Bush won't have to testify in whistle-blower case

A Democratic judge rules Texas governor will not have to give a deposition in the so-called Formaldegate case.


Robert Bryce
August 31, 1999 5:00PM (UTC)

Gov. George W. Bush scored a major victory in a Texas courtroom Monday, when a judge ruled the presidential front-runner will not have to testify in the so-called Formaldegate trial. Bush's testimony was sought by attorneys for Eliza May, the former executive director of the Texas Funeral Service Commission, in a whistle-blower lawsuit against the state of Texas.

After an all-day hearing, Travis County District Court Judge John Dietz ruled that May's attorneys, who filed suit against the state in March, did not present enough evidence to compel Bush to testify in the case.

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Attorney General John Cornyn, who appeared in court on Bush's behalf, said he was there to "defend an important principle." He said the state of Texas is sued about 10 times a day and that if Bush were required to testify in the lawsuit brought by May, "then this governor and future governors will have little time to do anything else."

In his ruling to quash the subpoena, Dietz, a Democrat, said that May's attorneys had not proven that Bush has "unique and superior knowledge" of the facts in the case and therefore Bush would not be required to testify. Texas case law requires that before plaintiffs are allowed to depose heads of corporations and other entities, they must show that person has information that is not available from other, lower ranking, people in the company. Cornyn argued that the same, or higher, standard should apply to the governor.

Patton Lochridge, an attorney for SCI, was pleased with the ruling. "I think it was correct," said Lochridge, who added that Dietz "analyzed it well and followed the law."

The ruling is the latest development in the whistle-blower lawsuit filed six months ago by May, the former treasurer of the Texas Democratic Party. May sued the state, Houston-based SCI and SCI's CEO Robert Waltrip, alleging that she was fired after she and other agency employees found numerous violations of state law by the company's funeral homes. As a result of the investigations done by May, the agency recommended that SCI be fined $445,000. So far, the company has not been required to pay the fine.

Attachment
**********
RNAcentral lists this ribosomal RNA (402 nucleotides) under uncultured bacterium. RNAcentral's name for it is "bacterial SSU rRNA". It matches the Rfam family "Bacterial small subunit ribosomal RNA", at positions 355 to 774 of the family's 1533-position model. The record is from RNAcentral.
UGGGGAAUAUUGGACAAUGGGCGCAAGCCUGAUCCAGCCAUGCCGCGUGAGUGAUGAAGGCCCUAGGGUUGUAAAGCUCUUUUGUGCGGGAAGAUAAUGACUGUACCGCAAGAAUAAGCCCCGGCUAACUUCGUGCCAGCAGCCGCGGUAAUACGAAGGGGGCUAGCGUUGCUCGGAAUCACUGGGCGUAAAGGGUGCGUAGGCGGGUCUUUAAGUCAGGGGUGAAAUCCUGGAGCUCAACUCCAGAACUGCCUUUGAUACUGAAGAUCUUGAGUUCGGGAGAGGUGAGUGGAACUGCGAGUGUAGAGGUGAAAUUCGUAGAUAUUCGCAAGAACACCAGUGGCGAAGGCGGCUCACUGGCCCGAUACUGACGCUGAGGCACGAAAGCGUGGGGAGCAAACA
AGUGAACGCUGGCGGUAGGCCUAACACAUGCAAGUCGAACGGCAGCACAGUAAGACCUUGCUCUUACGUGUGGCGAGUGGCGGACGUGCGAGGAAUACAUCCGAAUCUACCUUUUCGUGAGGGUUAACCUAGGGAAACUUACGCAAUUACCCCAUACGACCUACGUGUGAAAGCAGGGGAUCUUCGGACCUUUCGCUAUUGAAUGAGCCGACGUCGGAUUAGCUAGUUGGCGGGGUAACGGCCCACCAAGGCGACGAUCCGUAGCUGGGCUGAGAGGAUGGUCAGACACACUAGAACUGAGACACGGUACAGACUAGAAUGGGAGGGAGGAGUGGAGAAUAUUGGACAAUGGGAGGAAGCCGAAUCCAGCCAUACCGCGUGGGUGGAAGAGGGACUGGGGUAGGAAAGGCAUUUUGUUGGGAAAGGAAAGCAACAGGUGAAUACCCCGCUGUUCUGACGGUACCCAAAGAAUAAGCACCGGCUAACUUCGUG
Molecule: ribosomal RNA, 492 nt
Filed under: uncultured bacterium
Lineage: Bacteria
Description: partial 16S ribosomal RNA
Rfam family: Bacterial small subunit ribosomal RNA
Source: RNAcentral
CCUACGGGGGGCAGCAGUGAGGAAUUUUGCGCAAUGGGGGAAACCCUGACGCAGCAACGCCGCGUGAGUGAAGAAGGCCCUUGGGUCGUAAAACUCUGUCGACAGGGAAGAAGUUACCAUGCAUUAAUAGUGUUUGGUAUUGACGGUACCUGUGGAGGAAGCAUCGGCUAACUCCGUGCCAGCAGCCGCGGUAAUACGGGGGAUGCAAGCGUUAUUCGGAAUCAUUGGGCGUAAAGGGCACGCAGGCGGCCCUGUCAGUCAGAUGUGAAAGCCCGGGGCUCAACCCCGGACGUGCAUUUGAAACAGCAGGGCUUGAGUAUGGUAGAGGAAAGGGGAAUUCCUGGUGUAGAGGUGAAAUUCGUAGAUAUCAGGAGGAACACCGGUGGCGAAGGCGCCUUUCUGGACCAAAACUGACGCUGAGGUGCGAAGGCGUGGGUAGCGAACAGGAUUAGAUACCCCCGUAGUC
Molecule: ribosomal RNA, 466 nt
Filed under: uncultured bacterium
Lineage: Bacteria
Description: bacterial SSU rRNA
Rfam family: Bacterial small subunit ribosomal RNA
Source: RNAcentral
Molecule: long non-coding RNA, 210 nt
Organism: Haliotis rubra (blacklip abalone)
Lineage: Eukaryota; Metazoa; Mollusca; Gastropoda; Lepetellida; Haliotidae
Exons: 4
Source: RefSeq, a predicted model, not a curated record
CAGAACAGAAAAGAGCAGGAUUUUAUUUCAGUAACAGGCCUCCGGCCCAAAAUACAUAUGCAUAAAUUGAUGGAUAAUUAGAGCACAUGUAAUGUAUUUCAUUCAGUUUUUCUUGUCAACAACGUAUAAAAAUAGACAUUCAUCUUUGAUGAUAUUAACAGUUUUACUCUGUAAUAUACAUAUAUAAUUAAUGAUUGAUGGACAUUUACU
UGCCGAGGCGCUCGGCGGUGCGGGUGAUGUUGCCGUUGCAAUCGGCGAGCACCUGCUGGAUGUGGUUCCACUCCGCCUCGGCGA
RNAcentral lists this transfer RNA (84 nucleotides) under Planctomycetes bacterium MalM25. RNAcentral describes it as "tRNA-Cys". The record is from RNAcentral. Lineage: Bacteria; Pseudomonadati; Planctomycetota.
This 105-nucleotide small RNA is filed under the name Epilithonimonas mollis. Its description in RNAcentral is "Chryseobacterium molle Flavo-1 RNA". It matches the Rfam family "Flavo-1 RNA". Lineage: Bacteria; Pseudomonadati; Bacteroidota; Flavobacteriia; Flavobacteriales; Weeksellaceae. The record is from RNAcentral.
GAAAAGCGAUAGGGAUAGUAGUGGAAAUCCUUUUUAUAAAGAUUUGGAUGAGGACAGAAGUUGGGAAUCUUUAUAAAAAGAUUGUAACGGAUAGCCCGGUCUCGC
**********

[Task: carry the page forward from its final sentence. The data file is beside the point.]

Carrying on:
May, who was fired by the TFSC's board in February, claims that state legislators and Bush's office interfered with her agency's investigation in order to help SCI, the world's largest funeral company. Waltrip is a longtime friend of the Bush family and has contributed at least $45,000 to Bush's political campaigns.

The state and SCI deny that May was fired for political reasons. During the hearing, the attorney general's office released affidavits from five TFSC commissioners, all of which said that May was terminated because they had lost confidence in her. The affidavits also said that May failed to collect licensing fees, failed to properly supervise employees and had "a general lack of accountability."

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As he was leaving the courthouse, Cornyn told a large group of reporters that May's efforts to depose Bush were "not about a search for the truth" and that it "could have something to do with the fact that he's running for president." Cornyn added that there are "50 other people" who know more about the case than Bush and that it is "unlikely that the governor will ever be deposed" in May's lawsuit.

Lawyers for May said they have not decided if they will appeal the ruling. But they added that the lawsuit will go forward and that depositions of Bush's staff members will be held soon. Charles Herring Jr., a lawyer for May, said that the judge "wants us to seek evidence from others and that includes [Bush campaign manager] Joe Allbaugh and [general counsel] Margaret Wilson. We will be doing that and then we'll be back."

May's other lawyer, Derek Howard, denied that his client was motivated by politics. "This is not about 'getting' Gov. Bush," said Howard.

In an unrelated legal matter, Bush was sued today by three people who were arrested earlier this year while demonstrating in front of the governor's mansion. The lawsuit, which names Bush individually as well as the Texas Department of Public Safety and three of the agency's commissioners, claims that the arrests violate the free-speech rights of the protesters. David Kahne, an attorney with the American Civil Liberties Union told the Associated Press that the arrests were "designed to intimidate and harass protesters, not to keep the sidewalks clear of pedestrians." The plaintiffs allege that no arrests were made in front of the governor's mansion until Bush became a presidential candidate.

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Ray Sullivan, a Bush spokesman, told the Associated Press that the decision to arrest the protesters was made by the state troopers to "protect the safety of pedestrians and protesters around the governor's mansion."


Robert Bryce

Robert Bryce is the managing editor of Energy Tribune. His latest book is Gusher of Lies: The Dangerous Delusions of "Energy Independence."

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